Japanese capital goods manufacturer IHI Corporation announced last month that it has started construction of a 1,000 square-meter hydrogen research facility in Fukushima Prefecture. The facility will be an addition to IHI’s Green Energy Center in Soma City which was launched in 2018. One of the Center’s original focuses is the production steps of the green hydrogen supply chain using solar electricity to power developmental electrolyzers. The new facility will focus on hydrogen carriers, including ammonia and methane (via “methanation” of carbon dioxide), that can be used in the logistics steps of the supply chain.
The Center for Catalytic Science and Technology (CCST) at the University of Delaware has made new strides in the development of a direct ammonia fuel cell (DAFC) suitable for use in transportation applications. The progress is reported in “An Efficient Direct Ammonia Fuel Cell for Affordable Carbon-Neutral Transportation,” a paper published last month by Yun Zhao and six coauthors in the journal Joule. The paper gives an impressive account of CCST’s technical advances; and it makes a distinctly compelling case for the relevance of CCST’s work on DAFCs. In the latter regard, the authors find that ammonia has the “lowest source-to-tank energy cost by a significant margin” relative to other fuels that can be derived from renewably generated electricity. It is in society’s interest, they strongly imply, to give DAFC technology a chance to compete with hydrogen-based fuel cells in automotive applications.
In mid-June the Dutch naval architecture firm C-Job released "Safe and effective application of ammonia as a marine fuel," a thesis written by the firm’s Lead Naval Architect Niels de Vries for the Marine Technology Master of Science program at the Delft University of Technology in the Netherlands. While the thesis delivers an extensive assessment of ammonia's potential effectiveness as a marine fuel, it breaks new ground in its consideration of ammonia's safety in this context.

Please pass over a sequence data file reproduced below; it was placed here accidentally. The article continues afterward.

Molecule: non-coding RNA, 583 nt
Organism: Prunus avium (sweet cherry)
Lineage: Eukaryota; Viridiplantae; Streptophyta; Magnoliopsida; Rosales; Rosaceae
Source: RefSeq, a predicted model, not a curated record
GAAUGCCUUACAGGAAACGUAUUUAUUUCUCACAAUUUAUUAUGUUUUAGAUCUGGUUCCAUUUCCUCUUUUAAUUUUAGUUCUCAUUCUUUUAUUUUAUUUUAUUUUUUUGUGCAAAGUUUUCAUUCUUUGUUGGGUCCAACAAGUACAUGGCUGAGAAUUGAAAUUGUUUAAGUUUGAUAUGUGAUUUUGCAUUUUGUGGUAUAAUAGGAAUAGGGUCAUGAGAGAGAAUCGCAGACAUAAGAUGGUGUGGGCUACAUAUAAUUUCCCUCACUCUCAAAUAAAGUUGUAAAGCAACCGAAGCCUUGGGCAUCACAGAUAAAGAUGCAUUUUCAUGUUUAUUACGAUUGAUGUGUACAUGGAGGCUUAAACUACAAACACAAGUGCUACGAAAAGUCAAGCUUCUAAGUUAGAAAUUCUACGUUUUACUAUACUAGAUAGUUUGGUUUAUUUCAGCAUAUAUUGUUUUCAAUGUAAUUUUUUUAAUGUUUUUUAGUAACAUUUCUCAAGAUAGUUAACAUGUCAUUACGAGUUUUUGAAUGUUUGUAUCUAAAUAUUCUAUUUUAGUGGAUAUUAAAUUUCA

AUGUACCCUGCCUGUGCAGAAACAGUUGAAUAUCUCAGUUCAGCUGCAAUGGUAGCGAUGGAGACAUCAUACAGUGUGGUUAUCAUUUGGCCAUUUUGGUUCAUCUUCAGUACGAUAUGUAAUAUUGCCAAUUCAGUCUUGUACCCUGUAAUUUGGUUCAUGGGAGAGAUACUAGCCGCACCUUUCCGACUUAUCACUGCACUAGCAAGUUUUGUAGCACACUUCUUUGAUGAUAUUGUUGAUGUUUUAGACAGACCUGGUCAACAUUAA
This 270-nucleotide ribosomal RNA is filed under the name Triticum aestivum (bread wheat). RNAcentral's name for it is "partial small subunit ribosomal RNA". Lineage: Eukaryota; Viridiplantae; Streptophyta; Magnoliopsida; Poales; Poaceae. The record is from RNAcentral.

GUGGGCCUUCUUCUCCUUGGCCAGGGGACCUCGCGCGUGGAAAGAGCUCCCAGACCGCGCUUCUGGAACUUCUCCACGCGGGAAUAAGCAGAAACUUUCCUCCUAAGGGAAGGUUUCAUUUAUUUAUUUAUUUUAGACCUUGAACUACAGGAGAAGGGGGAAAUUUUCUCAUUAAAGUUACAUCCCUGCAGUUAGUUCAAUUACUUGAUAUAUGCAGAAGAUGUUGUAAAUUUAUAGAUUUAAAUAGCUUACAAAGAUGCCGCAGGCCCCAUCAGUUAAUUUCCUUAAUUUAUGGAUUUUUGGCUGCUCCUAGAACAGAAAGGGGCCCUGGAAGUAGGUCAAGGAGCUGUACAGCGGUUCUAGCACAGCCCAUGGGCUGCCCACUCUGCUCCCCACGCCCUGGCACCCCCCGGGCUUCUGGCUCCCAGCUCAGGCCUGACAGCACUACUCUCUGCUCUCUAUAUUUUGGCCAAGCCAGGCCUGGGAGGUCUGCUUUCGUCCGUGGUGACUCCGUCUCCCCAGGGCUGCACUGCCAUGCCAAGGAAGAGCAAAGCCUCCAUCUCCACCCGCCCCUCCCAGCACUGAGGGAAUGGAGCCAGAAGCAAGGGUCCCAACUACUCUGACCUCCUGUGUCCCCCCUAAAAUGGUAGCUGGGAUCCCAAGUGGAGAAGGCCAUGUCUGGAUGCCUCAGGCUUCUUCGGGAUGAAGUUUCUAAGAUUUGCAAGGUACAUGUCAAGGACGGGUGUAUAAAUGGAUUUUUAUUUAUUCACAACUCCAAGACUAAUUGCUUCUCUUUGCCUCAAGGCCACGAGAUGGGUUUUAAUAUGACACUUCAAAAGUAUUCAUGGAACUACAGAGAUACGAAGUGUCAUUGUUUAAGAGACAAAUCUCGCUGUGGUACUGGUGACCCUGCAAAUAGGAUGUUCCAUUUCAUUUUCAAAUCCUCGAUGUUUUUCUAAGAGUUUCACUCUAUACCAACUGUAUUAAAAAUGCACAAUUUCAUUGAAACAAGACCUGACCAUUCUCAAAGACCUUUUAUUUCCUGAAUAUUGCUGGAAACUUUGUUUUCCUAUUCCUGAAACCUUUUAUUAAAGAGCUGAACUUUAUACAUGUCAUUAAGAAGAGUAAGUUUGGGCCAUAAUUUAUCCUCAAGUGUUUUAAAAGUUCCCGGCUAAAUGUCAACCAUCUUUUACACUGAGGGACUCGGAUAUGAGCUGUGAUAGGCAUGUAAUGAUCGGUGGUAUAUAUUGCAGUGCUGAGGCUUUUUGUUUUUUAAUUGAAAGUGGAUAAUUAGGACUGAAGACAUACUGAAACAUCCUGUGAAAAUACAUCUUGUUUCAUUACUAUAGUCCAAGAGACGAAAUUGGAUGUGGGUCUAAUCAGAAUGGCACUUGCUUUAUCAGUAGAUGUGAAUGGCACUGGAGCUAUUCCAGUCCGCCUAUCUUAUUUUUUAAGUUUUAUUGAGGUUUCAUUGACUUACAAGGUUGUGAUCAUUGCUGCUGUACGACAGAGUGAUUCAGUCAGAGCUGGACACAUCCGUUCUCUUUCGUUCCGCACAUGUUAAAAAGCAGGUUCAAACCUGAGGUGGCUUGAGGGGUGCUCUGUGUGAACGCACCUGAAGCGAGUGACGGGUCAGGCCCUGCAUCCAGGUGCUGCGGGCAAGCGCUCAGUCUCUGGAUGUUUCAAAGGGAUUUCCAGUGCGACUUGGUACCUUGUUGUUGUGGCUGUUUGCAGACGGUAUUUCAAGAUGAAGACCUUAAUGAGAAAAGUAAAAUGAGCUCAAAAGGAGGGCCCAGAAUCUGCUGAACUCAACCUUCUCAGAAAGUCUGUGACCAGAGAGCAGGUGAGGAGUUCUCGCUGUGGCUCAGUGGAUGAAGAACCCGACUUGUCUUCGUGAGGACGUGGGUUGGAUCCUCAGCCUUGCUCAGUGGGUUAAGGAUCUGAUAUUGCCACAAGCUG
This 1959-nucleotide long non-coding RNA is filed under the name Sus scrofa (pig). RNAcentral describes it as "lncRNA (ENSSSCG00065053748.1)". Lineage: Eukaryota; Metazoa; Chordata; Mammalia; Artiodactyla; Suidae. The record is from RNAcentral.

On June 18, Japan, the United States, and the European Union released a joint statement on “future cooperation in hydrogen and fuel cell technologies.” Represented, respectively, by the Ministry of Energy, Trade, and Industry (METI), the Department of Energy (DoE), and the Directorate-General for Energy (ENER), the jurisdictions pledged “to accelerate the development of sustainable hydrogen and fuel cell technologies in the world.” A central point of agreement in the statement is “the importance of reducing the cost of hydrogen.”
Co-firing ammonia in a coal-fueled boiler, a concept under active development in Japan, received positive notice in the International Energy Agency’s recently published report, The Future of Hydrogen. So far serious scrutiny of the co-firing concept is limited to Japan. In the fullness of time, the demand side of the concept may take root in other countries. The supply side, however, could have near-term global relevance.
To the Authors of The Future of Hydrogen:
First I would like to thank you for an excellent report. I have devoted two Ammonia Energy posts to The Future of Hydrogen. If you read them, you will see that my appraisal is overwhelmingly positive. But I am writing this letter because I take issue with your characterization of ammonia's hazard profile. I hereby submit that your discussion in this regard is inaccurate and unhelpful.
Two weeks ago the International Energy Agency released The Future of Hydrogen, a 203-page report that “provides an extensive and independent assessment of hydrogen that lays out where things stand now; the ways in which hydrogen can help to achieve a clean, secure and affordable energy future; and how we can go about realising its potential.” In this, the second part of a two-part article, the report's extensive treatment of ammonia is considered.
Last week the International Energy Agency released The Future of Hydrogen, a 203-page report that “provides an extensive and independent assessment of hydrogen that lays out where things stand now; the ways in which hydrogen can help to achieve a clean, secure and affordable energy future; and how we can go about realising its potential.” In this, the first part of a two-part article, the report's overall strengths are considered. The second part will focus on the report's discussion of ammonia as a contributor to the emerging hydrogen economy.
Last week Wärtsilä, the Finnish engine and energy equipment manufacturer, unveiled a concept for producing and distributing low-carbon maritime fuels from purpose-built facilities in the waters off northern Europe. Dubbed Zero Emission Energy Distribution at Sea (ZEEDS), the initiative is intended to help meet the International Maritime Organization’s target of halving the shipping sector's carbon dioxide emissions by 2050. And although Wärtsilä’s press release on June 3 mentions only “clean fuels,” the headline used by logistics-sector publisher Freight Week for their June 5 story is “Offshore fuel hubs to supply green ammonia for zero-emission future.”
AFC Energy PLC, the British fuel cell company, announced on May 20 the successful conclusion of “ammonia to power (‘A2P’) fuel cell generator trials.” The result is “proof of concept” for a system consisting of an "off the shelf" ammonia cracker and a proprietary alkaline fuel cell that can readily utilize hydrogen with residual quantities of uncracked ammonia. The achievement positions AFC “to conclude work on the business case and engineering of an integrated, scalable ammonia fuelled clean power generator.”